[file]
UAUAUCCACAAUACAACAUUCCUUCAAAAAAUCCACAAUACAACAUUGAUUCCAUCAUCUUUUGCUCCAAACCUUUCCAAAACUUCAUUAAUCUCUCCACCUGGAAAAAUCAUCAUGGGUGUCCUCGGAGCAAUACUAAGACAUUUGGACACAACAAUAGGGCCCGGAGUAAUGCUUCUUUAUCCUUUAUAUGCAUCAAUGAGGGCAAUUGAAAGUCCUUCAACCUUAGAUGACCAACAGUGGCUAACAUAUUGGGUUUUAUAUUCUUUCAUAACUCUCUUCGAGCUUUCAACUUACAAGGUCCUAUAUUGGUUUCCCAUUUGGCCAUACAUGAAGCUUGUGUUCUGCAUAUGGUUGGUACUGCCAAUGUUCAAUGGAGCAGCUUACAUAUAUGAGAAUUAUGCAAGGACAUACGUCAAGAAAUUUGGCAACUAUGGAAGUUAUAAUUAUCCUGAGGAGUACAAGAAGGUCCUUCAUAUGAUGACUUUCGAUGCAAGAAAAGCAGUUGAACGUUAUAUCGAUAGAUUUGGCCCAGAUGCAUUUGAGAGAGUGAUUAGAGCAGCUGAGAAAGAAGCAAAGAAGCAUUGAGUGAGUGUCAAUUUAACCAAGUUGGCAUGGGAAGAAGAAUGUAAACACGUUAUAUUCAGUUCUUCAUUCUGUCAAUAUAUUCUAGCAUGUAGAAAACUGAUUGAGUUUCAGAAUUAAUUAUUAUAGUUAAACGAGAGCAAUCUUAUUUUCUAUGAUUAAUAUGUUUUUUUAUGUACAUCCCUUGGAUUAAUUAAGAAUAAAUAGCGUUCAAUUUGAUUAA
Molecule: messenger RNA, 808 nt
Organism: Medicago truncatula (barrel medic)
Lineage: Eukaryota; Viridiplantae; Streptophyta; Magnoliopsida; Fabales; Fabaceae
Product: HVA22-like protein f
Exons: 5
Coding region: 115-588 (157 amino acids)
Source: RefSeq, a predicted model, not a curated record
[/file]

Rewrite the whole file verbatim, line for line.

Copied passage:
UAUAUCCACAAUACAACAUUCCUUCAAAAAAUCCACAAUACAACAUUGAUUCCAUCAUCUUUUGCUCCAAACCUUUCCAAAACUUCAUUAAUCUCUCCACCUGGAAAAAUCAUCAUGGGUGUCCUCGGAGCAAUACUAAGACAUUUGGACACAACAAUAGGGCCCGGAGUAAUGCUUCUUUAUCCUUUAUAUGCAUCAAUGAGGGCAAUUGAAAGUCCUUCAACCUUAGAUGACCAACAGUGGCUAACAUAUUGGGUUUUAUAUUCUUUCAUAACUCUCUUCGAGCUUUCAACUUACAAGGUCCUAUAUUGGUUUCCCAUUUGGCCAUACAUGAAGCUUGUGUUCUGCAUAUGGUUGGUACUGCCAAUGUUCAAUGGAGCAGCUUACAUAUAUGAGAAUUAUGCAAGGACAUACGUCAAGAAAUUUGGCAACUAUGGAAGUUAUAAUUAUCCUGAGGAGUACAAGAAGGUCCUUCAUAUGAUGACUUUCGAUGCAAGAAAAGCAGUUGAACGUUAUAUCGAUAGAUUUGGCCCAGAUGCAUUUGAGAGAGUGAUUAGAGCAGCUGAGAAAGAAGCAAAGAAGCAUUGAGUGAGUGUCAAUUUAACCAAGUUGGCAUGGGAAGAAGAAUGUAAACACGUUAUAUUCAGUUCUUCAUUCUGUCAAUAUAUUCUAGCAUGUAGAAAACUGAUUGAGUUUCAGAAUUAAUUAUUAUAGUUAAACGAGAGCAAUCUUAUUUUCUAUGAUUAAUAUGUUUUUUUAUGUACAUCCCUUGGAUUAAUUAAGAAUAAAUAGCGUUCAAUUUGAUUAA
Molecule: messenger RNA, 808 nt
Organism: Medicago truncatula (barrel medic)
Lineage: Eukaryota; Viridiplantae; Streptophyta; Magnoliopsida; Fabales; Fabaceae
Product: HVA22-like protein f
Exons: 5
Coding region: 115-588 (157 amino acids)
Source: RefSeq, a predicted model, not a curated record